Here’s what the Washington Post had to say in advance of this July 1925 race at the Laurel Speedway in Laurel, Maryland.
Washington Post, Jul 11, 1925
14 Auto Entrants Qualify for Race Today at Laurel De Paolo Leads With and Average of 131.5 Miles for One Lap
A wide board track, wrapping 80 acres of ground as a ribbon might encircle an ostrich egg, with a huge grandstand overlooking it all, is ready today to vibrate under the great motor gruel, the inaugural race at the Washington-Baltimore automobile speedway.
Never level and in places almost up and down, it is to the arena of sixteen speed-crazed drivers, out on a Roman holiday to entertain the populace and in so doing to lower the world’s speed records.
Peter de Paolo, plucky aspirant for this year’s motor racing fame, made himself and machine a fitting apparition on it yesterday and establishing a strategic place in today’s get-away. De Paolo drove his racing Dusenberg around the course at a speed of 131.5 miles an hour, the greatest speed attained in the qualifying rounds. As a result he will have the preferred position at the start with Earl Cooper, who qualified Thursday with a speed of 129.8 miles an hour.
An inspection of the approach to the track yesterday emphasized the traffic problem. While there is plenty of space to park machines both outside and inside the oval there is only a narrow road leading to it from the highway, a distance of about half a mile. Every effort, however, is to be made to keep traffic moving briskly. Those planning to go to the track in machines, should bear this in mind in arranging their running time.
Special trains will be operated over the Baltimore and Ohio Railroad. They run directly to the track.
Arrangements have been completed for handling the vast crowd expected to attend the race. Two hundred District national guardsmen, under the command of Capt. P.G. Nevitt, are to cooperate with the Maryland guardsmen, State police and regular soldiers in regulating traffic both inside and outside the bowl.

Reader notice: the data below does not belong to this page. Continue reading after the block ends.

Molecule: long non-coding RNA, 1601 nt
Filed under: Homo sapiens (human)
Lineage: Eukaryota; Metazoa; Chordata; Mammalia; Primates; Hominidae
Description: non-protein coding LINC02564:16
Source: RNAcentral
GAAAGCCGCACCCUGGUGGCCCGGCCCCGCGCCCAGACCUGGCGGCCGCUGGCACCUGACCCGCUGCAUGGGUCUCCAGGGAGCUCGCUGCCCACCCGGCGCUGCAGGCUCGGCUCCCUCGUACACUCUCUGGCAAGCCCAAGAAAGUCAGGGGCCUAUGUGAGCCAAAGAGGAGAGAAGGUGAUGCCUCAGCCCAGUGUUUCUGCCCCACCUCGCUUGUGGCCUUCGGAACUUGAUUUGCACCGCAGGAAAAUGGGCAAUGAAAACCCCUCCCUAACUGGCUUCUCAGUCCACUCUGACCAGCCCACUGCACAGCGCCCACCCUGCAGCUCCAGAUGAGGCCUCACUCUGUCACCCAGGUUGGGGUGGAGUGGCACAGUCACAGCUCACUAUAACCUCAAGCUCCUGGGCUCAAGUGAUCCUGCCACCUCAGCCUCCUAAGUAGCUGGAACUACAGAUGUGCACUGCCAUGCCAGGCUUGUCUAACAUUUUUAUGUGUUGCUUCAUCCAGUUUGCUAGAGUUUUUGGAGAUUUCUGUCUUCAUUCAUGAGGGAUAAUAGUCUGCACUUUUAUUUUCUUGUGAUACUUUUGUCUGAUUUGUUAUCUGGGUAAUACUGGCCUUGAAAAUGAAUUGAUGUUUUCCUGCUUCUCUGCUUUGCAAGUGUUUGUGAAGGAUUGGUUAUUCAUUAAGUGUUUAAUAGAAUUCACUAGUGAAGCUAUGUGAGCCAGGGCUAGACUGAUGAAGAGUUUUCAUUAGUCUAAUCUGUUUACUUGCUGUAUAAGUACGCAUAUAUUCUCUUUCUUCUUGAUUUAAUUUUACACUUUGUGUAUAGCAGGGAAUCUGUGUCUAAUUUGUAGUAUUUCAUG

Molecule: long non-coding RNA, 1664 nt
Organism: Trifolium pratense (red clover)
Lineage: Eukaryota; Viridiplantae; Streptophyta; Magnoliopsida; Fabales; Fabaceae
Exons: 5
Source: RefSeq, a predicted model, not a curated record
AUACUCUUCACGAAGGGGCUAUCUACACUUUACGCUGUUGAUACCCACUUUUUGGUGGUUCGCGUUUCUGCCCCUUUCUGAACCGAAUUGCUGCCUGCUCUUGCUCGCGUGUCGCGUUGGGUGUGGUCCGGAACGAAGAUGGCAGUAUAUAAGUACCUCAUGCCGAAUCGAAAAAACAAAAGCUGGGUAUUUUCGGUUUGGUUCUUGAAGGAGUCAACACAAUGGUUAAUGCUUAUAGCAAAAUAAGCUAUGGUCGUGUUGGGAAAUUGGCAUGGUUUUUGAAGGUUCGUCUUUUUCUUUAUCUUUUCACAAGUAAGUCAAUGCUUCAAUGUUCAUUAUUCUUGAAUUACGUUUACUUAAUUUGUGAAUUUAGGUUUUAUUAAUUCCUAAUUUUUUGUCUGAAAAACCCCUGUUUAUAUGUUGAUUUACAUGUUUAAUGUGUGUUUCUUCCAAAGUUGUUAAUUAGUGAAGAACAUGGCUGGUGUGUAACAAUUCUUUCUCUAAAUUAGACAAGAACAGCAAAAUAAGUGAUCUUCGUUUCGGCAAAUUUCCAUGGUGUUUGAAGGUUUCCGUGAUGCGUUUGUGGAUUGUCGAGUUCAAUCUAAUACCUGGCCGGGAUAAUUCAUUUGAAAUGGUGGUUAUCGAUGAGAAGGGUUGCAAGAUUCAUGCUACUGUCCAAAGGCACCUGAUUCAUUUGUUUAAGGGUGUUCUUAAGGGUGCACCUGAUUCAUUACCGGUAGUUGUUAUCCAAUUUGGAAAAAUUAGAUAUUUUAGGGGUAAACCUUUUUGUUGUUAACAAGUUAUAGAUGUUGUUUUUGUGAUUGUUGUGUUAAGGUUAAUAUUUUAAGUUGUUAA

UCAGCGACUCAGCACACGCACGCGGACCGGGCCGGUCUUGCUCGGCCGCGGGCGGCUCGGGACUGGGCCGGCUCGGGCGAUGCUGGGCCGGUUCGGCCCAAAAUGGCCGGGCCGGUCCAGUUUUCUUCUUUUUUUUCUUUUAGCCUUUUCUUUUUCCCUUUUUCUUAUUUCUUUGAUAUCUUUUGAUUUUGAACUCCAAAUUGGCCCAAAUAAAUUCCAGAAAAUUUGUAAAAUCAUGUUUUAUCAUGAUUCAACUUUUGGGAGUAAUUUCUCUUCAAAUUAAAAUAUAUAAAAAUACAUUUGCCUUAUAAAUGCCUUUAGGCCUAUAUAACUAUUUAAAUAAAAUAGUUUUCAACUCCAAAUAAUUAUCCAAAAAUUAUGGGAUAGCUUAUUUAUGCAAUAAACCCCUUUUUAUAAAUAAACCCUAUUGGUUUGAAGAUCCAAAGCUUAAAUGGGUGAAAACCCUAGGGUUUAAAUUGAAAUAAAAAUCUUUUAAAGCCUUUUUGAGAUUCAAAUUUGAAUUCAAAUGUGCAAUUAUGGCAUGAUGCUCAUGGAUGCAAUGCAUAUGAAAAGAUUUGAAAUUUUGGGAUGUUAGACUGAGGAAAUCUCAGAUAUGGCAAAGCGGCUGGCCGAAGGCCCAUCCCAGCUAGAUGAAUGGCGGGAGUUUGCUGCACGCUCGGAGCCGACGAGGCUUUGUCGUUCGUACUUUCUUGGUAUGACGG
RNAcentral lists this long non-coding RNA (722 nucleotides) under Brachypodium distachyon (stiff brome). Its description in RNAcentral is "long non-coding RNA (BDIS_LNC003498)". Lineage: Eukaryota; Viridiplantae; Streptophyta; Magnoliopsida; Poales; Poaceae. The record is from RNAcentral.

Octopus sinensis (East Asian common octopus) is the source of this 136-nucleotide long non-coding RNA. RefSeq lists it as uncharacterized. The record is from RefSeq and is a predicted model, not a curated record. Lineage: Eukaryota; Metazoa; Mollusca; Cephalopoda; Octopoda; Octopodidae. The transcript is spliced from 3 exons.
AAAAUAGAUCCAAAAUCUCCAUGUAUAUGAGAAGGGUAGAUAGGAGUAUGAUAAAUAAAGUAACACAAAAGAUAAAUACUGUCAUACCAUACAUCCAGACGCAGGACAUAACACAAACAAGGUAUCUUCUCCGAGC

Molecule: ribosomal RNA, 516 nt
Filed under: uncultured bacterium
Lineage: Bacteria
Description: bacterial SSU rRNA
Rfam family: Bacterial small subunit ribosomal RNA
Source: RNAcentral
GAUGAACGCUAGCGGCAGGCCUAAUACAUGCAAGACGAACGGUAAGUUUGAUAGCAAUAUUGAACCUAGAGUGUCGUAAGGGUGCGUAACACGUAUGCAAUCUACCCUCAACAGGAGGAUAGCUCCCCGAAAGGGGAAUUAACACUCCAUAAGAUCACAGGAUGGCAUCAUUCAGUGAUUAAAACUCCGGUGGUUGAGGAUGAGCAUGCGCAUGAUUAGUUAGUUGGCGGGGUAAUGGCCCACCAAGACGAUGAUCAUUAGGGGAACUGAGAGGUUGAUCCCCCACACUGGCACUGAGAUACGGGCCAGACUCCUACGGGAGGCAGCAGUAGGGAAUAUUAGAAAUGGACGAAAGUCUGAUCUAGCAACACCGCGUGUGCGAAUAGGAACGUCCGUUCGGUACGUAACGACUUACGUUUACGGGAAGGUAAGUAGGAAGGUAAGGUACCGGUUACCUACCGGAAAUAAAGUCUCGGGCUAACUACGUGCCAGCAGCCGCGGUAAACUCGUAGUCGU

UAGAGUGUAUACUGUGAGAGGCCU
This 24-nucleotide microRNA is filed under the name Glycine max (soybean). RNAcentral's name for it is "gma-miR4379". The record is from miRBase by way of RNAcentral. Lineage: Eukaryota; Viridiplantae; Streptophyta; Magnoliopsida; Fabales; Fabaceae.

Capt. Nevitt’s men are to assemble at the armory. He stated last night that any motorist who will come by, fill his car with as many guardsmen as he can take will be given free parking space at the track.
Half the fun of this early newspaper account is the colorful language of a sporting press that hasn’t quite decided on it’s racing jargon.
This race was a full 5 years after the famous crash at the Los Angeles Speedway that killed Gaston Chevrolet (the brother of Chevrolet founder Louis Chevrolet) along with “Mechanician” Lyall Jolls. The danger of board track racing was intense. Just look at that Laurel photograph; the barrier between the track and the stands is hardly what I would call sturdy, and there seems to be no barrier of any substance between the track and infield, not to mention the prospect of skinny tires on wooden planks. Just hope no oil gets on the boards. And even the slightest sprinkle of rain would prove disastrous.
The Los Angeles race, of course, inspired a favorite painting of mine by Robert Williams, Death on the Boards: The Mystery of Indy Winner Gaston Chevrolet and His Death Premonition Which Came True with the Deaths of Two Others at the Plush Beverly Hills Board Track in View of 60,000 Witness of Who No Two Gave the Same Account on Thanksgiving Day, Nov 25,1920. Which, though a mouthful, might also be the best title of a painting ever.
CarsAndRacingStuff.com has more on the Gaston Chevrolet crash, including the New York Times article that covered the event.